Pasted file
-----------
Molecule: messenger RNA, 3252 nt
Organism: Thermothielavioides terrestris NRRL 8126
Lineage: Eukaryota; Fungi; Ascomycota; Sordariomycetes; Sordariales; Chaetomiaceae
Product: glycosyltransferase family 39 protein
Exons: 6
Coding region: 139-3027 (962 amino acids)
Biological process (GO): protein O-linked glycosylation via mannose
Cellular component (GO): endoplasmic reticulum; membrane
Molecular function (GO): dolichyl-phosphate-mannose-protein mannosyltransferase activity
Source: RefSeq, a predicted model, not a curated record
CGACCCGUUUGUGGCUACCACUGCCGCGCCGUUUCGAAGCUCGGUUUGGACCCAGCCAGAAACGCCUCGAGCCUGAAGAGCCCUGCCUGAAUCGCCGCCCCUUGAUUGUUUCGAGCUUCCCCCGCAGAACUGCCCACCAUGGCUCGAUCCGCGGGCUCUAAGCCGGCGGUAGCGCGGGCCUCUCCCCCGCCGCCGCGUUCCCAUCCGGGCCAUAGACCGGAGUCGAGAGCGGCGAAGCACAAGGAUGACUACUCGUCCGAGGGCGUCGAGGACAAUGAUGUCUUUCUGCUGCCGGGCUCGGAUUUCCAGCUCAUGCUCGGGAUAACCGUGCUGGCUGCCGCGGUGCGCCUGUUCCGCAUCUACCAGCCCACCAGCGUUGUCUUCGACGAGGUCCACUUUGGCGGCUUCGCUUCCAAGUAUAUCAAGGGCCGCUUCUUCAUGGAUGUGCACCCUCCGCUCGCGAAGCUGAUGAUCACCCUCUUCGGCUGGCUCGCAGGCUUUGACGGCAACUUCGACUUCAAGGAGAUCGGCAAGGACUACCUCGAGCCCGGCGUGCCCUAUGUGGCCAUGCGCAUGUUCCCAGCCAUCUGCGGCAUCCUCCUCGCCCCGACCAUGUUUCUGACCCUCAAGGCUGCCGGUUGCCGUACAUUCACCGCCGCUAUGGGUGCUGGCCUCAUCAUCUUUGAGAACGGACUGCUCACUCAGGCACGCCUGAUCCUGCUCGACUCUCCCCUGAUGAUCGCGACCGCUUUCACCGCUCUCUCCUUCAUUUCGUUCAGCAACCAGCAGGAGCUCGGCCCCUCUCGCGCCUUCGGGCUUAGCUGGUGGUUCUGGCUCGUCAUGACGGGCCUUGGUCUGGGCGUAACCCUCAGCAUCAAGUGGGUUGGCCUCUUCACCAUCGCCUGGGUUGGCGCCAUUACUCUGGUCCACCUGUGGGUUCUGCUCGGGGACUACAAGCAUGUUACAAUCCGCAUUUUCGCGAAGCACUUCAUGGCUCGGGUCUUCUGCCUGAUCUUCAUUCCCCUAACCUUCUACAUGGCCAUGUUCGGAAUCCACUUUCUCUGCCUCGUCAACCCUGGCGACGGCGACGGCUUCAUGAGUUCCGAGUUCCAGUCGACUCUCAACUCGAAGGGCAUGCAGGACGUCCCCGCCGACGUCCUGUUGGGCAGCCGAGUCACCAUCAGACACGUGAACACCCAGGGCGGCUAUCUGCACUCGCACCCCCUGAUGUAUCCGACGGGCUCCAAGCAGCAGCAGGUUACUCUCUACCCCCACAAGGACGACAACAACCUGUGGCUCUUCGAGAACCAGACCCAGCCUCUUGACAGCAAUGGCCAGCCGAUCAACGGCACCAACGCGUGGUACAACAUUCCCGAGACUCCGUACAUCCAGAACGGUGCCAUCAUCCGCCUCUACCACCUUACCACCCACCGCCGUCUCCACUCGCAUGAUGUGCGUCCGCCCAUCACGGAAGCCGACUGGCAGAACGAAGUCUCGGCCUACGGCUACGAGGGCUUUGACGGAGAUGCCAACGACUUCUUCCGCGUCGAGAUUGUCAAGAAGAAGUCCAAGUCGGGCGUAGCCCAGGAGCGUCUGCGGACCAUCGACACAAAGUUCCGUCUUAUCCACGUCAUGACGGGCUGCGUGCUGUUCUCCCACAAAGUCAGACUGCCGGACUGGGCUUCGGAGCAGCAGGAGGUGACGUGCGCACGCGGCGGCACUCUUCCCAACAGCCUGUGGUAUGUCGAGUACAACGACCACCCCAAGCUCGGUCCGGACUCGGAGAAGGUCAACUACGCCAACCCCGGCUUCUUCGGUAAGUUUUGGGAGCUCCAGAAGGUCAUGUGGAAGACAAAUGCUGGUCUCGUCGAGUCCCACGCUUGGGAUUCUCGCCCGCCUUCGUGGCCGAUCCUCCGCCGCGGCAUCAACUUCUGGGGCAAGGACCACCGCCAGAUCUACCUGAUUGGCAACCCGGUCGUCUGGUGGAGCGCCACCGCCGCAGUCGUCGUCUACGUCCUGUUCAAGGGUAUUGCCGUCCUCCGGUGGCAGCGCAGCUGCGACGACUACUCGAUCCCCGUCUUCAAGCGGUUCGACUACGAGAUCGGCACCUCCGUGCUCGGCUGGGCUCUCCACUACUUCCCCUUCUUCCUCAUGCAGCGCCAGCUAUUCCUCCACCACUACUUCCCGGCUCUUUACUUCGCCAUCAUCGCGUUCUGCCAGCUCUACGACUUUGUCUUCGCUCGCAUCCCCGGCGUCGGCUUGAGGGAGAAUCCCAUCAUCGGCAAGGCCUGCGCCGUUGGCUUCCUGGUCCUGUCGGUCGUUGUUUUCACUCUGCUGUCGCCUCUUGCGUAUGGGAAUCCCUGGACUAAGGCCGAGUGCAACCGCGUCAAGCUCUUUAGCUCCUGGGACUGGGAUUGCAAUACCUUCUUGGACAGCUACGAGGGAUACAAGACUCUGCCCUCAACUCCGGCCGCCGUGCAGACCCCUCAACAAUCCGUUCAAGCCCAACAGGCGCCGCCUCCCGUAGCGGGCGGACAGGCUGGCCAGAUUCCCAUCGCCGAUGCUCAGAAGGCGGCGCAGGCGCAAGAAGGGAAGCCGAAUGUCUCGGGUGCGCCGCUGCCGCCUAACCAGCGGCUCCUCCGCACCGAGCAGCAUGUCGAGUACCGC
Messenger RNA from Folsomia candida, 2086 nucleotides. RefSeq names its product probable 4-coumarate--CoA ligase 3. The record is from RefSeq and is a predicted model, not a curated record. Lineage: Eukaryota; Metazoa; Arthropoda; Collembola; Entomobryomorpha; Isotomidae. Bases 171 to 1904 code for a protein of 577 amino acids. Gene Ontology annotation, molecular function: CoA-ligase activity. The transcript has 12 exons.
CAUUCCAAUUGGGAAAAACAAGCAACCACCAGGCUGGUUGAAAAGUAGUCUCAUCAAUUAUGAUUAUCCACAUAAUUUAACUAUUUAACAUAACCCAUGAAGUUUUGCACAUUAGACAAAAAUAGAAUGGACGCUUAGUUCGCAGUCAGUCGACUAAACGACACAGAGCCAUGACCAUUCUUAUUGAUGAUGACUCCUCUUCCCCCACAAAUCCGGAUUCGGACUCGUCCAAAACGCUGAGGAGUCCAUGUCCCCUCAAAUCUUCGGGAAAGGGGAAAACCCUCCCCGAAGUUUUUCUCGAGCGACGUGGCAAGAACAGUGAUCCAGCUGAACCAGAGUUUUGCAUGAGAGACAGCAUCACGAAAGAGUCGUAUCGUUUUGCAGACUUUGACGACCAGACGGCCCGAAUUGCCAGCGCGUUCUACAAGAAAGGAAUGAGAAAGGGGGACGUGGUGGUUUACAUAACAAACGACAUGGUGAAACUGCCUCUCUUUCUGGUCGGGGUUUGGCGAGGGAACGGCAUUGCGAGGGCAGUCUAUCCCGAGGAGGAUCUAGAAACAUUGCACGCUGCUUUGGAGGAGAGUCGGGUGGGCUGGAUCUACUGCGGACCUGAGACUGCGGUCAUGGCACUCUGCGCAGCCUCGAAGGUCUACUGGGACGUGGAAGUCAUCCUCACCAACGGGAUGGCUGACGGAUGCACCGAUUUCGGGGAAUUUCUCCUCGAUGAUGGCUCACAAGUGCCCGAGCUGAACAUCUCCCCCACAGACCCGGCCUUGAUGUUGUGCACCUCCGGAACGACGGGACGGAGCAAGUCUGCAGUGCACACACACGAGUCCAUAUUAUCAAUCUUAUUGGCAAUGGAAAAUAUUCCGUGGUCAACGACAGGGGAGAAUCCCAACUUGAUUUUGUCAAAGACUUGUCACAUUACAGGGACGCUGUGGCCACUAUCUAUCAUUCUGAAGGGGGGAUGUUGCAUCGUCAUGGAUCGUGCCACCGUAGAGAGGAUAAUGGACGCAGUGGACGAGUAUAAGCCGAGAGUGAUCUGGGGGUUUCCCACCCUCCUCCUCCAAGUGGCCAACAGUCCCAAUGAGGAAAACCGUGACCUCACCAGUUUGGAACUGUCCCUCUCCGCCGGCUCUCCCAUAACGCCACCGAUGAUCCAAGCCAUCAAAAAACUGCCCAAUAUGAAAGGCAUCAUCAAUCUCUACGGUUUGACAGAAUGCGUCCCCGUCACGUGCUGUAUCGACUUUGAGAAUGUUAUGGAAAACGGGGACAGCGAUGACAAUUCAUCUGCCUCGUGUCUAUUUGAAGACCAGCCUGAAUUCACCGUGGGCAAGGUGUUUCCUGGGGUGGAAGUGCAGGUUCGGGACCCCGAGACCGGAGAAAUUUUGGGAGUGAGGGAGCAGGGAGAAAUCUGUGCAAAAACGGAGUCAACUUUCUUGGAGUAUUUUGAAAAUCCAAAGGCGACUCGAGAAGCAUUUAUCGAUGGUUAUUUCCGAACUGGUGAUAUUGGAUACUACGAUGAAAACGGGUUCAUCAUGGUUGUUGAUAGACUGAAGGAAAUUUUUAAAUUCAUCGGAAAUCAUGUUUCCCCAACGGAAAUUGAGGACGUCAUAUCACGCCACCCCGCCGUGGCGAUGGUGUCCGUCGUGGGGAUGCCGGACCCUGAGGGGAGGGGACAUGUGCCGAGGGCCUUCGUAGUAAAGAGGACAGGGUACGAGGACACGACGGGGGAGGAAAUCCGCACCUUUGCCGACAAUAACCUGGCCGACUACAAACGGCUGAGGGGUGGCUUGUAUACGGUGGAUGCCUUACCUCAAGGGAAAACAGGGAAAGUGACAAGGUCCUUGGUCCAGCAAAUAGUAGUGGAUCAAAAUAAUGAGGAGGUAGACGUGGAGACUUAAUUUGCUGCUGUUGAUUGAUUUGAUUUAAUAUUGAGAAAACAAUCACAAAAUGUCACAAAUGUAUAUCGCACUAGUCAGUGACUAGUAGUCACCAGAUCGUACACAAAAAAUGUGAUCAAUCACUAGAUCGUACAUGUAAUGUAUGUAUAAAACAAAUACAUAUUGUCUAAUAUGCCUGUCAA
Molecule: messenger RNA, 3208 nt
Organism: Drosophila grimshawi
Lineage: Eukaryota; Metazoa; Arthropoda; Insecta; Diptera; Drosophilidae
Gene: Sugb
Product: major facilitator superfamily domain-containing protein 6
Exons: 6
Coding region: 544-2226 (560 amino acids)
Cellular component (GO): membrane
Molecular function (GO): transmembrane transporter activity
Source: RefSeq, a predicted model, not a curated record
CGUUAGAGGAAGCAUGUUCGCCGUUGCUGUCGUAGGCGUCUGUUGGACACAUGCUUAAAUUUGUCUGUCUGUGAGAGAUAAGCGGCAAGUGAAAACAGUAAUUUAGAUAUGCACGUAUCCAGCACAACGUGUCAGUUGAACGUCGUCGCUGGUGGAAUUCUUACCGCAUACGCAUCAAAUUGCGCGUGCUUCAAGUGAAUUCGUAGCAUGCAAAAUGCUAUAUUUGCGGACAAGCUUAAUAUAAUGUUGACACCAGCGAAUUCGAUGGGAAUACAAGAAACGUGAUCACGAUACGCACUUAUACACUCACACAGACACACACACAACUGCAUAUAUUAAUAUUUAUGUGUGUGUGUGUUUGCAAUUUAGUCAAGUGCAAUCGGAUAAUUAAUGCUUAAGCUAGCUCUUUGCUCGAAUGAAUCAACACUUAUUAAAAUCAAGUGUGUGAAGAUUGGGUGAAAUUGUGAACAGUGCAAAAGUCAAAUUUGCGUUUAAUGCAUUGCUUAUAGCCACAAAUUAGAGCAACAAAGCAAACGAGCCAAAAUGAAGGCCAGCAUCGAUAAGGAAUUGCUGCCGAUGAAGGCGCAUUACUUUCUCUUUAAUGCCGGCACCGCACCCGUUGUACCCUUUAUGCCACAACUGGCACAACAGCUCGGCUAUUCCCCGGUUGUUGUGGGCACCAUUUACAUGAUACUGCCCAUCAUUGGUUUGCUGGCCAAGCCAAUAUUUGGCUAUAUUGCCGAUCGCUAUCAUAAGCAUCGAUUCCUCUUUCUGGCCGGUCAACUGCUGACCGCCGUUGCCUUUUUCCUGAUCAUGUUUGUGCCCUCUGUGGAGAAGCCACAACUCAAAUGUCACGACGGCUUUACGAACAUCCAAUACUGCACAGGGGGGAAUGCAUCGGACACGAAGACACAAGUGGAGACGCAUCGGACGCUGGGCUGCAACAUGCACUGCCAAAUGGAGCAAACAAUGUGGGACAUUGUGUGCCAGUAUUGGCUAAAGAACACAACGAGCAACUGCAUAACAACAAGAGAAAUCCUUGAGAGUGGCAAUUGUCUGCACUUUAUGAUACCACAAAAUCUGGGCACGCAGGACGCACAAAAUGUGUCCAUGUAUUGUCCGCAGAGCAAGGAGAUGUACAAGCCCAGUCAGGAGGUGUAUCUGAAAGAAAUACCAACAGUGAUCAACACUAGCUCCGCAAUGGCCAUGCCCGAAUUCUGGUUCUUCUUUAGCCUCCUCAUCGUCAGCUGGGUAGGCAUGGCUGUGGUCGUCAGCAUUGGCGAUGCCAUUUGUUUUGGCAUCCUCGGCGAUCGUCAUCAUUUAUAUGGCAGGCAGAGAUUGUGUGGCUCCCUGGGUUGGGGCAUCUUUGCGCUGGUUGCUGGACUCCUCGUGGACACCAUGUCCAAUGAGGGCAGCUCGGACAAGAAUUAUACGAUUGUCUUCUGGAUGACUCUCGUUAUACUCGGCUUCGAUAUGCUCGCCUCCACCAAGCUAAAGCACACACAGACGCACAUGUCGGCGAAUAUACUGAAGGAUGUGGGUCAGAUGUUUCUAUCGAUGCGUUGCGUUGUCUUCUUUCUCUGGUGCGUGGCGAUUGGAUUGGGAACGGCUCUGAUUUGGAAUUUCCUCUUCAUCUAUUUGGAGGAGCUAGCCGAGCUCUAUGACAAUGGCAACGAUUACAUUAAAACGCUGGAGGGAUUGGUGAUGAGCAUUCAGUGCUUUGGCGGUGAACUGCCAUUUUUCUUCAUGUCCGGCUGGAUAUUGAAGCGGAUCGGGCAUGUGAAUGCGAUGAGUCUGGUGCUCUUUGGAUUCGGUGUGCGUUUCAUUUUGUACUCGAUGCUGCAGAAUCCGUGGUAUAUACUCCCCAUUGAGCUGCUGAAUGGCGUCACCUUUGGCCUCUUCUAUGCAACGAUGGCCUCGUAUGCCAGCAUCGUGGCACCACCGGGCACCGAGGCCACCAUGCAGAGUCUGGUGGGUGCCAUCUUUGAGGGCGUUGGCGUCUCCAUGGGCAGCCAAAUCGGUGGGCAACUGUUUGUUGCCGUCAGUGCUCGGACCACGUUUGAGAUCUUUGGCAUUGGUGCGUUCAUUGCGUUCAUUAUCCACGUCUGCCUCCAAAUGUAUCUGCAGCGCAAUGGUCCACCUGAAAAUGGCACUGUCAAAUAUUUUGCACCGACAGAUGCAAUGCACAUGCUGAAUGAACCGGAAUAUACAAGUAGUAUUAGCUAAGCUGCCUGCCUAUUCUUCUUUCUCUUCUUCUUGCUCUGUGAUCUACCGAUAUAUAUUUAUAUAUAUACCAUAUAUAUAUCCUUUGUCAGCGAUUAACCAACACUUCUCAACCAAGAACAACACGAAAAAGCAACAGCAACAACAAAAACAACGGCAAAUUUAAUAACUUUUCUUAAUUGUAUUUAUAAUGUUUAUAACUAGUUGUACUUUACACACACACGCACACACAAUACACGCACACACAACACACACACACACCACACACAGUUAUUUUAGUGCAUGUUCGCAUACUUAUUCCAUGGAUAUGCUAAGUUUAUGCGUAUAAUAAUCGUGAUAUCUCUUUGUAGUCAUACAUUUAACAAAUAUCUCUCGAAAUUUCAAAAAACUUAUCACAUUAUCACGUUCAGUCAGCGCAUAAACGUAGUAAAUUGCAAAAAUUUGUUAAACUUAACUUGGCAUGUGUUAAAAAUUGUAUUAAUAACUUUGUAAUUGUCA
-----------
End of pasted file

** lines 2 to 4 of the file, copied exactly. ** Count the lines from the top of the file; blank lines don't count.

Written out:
Organism: Thermothielavioides terrestris NRRL 8126
Lineage: Eukaryota; Fungi; Ascomycota; Sordariomycetes; Sordariales; Chaetomiaceae
Product: glycosyltransferase family 39 protein